Serbia's Prime Minister Aleksandar Vucic has been chased out of a ceremony commemorating the 20th anniversary of the genocide in Srebrenica.
Serbian state news Tanjug reports that a number of people started throwing stones, shoes and bottles while chanting "Allahu Akbar" (God is Great) as members of the Serbian delegation were placing lilies on the memorial.
Serbia's Tanjug state-run news agency report that he was hit on the head by a stone and had his glasses broken.
Eye-witnesses told Reuters that stones and bottles were lobbed in the direction of the Prime Minister, as his delegation ran away and fled in vehicles.
Serbia state broadcaster RTS reports that one person was arrested for the attack.
Serbia's interior minister Nebojsa Stefanovic has described the attack as an "assassination attempt."
"Bosnia has failed to create even the minimal conditions for the safety of the prime minister," he said.
The ceremony was attended by thousands of people including numerous dignitaries.
Shortly before arriving, PM Vucic, condemned the "monstrous crime" in Srebrenica, where 8,000 Muslim men and boys were murdered by Bosnian Serb forces during and after the 1992-95 war in Bosnia.
"I hope that such a terrible crime will not happen again. Confident of a different, better future in relations between Serbs and Bosniaks, I express my deepest respect for all the victims and their families," Vucic stated at the Memorial Hall after signing the book of condolences.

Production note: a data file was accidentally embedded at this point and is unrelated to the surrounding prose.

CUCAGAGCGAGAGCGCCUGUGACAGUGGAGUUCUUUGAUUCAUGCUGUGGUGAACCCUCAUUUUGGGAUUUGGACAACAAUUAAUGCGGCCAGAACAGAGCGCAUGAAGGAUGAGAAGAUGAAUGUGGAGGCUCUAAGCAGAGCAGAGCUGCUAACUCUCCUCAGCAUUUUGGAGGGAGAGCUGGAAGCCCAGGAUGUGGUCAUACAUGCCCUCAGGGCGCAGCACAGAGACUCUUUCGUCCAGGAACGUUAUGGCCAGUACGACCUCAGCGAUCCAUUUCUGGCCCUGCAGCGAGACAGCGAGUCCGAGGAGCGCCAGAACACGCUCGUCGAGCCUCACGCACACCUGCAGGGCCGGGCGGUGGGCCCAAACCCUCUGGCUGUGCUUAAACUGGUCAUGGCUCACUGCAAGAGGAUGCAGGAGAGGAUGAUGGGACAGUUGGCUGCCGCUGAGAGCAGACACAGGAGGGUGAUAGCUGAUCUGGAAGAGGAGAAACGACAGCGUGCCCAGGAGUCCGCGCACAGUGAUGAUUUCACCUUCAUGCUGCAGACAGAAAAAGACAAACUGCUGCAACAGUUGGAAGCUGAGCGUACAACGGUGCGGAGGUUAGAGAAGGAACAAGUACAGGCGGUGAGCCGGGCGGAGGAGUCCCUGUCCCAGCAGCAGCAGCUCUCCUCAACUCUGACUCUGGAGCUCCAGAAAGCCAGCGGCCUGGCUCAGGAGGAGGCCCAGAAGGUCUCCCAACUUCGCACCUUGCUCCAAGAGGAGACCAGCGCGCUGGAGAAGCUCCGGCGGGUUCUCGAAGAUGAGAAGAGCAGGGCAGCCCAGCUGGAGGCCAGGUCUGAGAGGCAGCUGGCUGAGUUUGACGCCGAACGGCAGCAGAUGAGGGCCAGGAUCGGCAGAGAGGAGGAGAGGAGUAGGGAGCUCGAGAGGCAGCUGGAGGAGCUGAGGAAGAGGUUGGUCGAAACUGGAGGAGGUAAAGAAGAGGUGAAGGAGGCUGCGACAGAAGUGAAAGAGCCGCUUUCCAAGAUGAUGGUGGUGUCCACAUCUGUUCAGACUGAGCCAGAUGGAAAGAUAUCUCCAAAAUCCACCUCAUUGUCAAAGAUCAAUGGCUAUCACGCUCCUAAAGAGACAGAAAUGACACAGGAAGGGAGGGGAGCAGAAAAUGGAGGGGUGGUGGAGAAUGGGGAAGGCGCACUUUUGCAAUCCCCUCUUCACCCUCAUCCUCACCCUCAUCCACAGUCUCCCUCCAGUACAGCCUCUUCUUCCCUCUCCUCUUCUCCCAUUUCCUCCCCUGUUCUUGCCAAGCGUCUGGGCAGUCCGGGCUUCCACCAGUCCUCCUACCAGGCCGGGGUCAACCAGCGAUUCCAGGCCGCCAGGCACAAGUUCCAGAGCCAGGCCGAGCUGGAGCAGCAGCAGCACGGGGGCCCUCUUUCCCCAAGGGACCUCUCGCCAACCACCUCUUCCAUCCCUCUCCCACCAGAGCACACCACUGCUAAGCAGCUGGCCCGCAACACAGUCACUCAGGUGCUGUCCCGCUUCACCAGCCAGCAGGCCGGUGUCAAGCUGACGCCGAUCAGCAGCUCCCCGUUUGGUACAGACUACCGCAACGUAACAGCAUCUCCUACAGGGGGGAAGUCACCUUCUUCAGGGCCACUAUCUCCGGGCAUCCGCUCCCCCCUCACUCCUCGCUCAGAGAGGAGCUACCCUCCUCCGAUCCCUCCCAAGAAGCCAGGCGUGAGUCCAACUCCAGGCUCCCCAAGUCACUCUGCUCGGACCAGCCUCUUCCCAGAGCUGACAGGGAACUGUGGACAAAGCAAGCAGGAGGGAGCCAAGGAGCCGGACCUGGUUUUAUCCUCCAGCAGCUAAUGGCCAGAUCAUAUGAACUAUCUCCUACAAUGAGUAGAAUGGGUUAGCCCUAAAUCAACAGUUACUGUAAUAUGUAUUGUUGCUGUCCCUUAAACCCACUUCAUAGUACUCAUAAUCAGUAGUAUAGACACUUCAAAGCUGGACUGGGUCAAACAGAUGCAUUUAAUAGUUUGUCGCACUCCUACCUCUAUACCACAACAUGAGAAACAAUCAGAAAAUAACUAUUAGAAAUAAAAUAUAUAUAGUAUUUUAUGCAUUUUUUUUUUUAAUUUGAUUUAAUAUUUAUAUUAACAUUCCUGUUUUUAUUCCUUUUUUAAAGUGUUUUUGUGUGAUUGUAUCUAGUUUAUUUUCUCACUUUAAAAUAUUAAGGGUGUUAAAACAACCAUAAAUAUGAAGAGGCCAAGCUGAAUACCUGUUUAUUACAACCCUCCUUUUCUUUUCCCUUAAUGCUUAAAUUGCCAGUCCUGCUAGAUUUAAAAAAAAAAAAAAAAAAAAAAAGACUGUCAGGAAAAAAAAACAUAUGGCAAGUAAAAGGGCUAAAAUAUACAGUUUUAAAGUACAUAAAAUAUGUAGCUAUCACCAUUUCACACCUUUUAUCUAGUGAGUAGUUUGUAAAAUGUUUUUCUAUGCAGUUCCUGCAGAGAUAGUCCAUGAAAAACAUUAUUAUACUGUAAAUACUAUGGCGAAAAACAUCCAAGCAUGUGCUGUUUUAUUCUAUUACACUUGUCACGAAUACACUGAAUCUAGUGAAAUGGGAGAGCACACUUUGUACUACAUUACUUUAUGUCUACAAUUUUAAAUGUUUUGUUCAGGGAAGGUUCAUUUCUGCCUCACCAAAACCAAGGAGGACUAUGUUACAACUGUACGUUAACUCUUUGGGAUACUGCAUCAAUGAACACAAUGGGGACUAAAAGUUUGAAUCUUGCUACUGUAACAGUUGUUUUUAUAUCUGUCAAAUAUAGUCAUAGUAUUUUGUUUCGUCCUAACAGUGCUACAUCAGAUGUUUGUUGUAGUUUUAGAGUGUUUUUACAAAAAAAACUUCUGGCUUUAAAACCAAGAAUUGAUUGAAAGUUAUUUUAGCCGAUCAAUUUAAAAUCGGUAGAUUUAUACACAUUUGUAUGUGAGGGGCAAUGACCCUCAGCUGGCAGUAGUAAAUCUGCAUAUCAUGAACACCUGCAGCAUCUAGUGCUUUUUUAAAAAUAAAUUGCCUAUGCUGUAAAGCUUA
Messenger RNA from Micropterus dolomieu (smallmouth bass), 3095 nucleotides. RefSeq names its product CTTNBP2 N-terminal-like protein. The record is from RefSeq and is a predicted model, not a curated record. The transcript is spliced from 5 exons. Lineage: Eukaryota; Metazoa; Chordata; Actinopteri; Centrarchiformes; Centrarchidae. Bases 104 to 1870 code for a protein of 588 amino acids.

"Here in Srebrenica each one of us has to bow our head, not forget, and start building a different future," he wrote in the book of condolences.
The United Nations declared the eastern town a safe haven for civilians in 1993, but on 11 July, 1995, Serb troops overran the Muslim enclave.
The ethnic Serb forces gunned down Muslim boys and men in and around Srebrenica for three days, according to CNN. Their bodies were dumped into mass graves, as part of a brutal campaign of ethnic cleansing.
The massacre was stopped after a peace deal was made to end the Bosnian war in 1995.
"That awful act finally stirred all the members of NATO to support the military intervention that was clearly necessary," Clinton said in his address at the time of the attacks.
The extended slaughter of civilians, including children, women and old men in Bosnia-Herzegovina, had taken around 100,000 Muslim lives.
The victim's bodies were scattered in various spots, and searchers still work to this day in order to recover and identify them.
Sky reports that Serbian and Bosnian Serb politicians denied the extent of the killing as 'genocide,' even though two international tribunals have described the bloodshed as such.
It is considered to be the worst slaughter in Europe since the Holocaust in World War Two.
So far, remains of some 7,000 victims have been excavated from 93 graves or collected from 314 surface locations and identified through DNA technology.
136 more coffins of victims, identified by DNA test last year, were brought to a memorial centre in Potocari village, just north-west to Srebrenica town, to be buried the next day.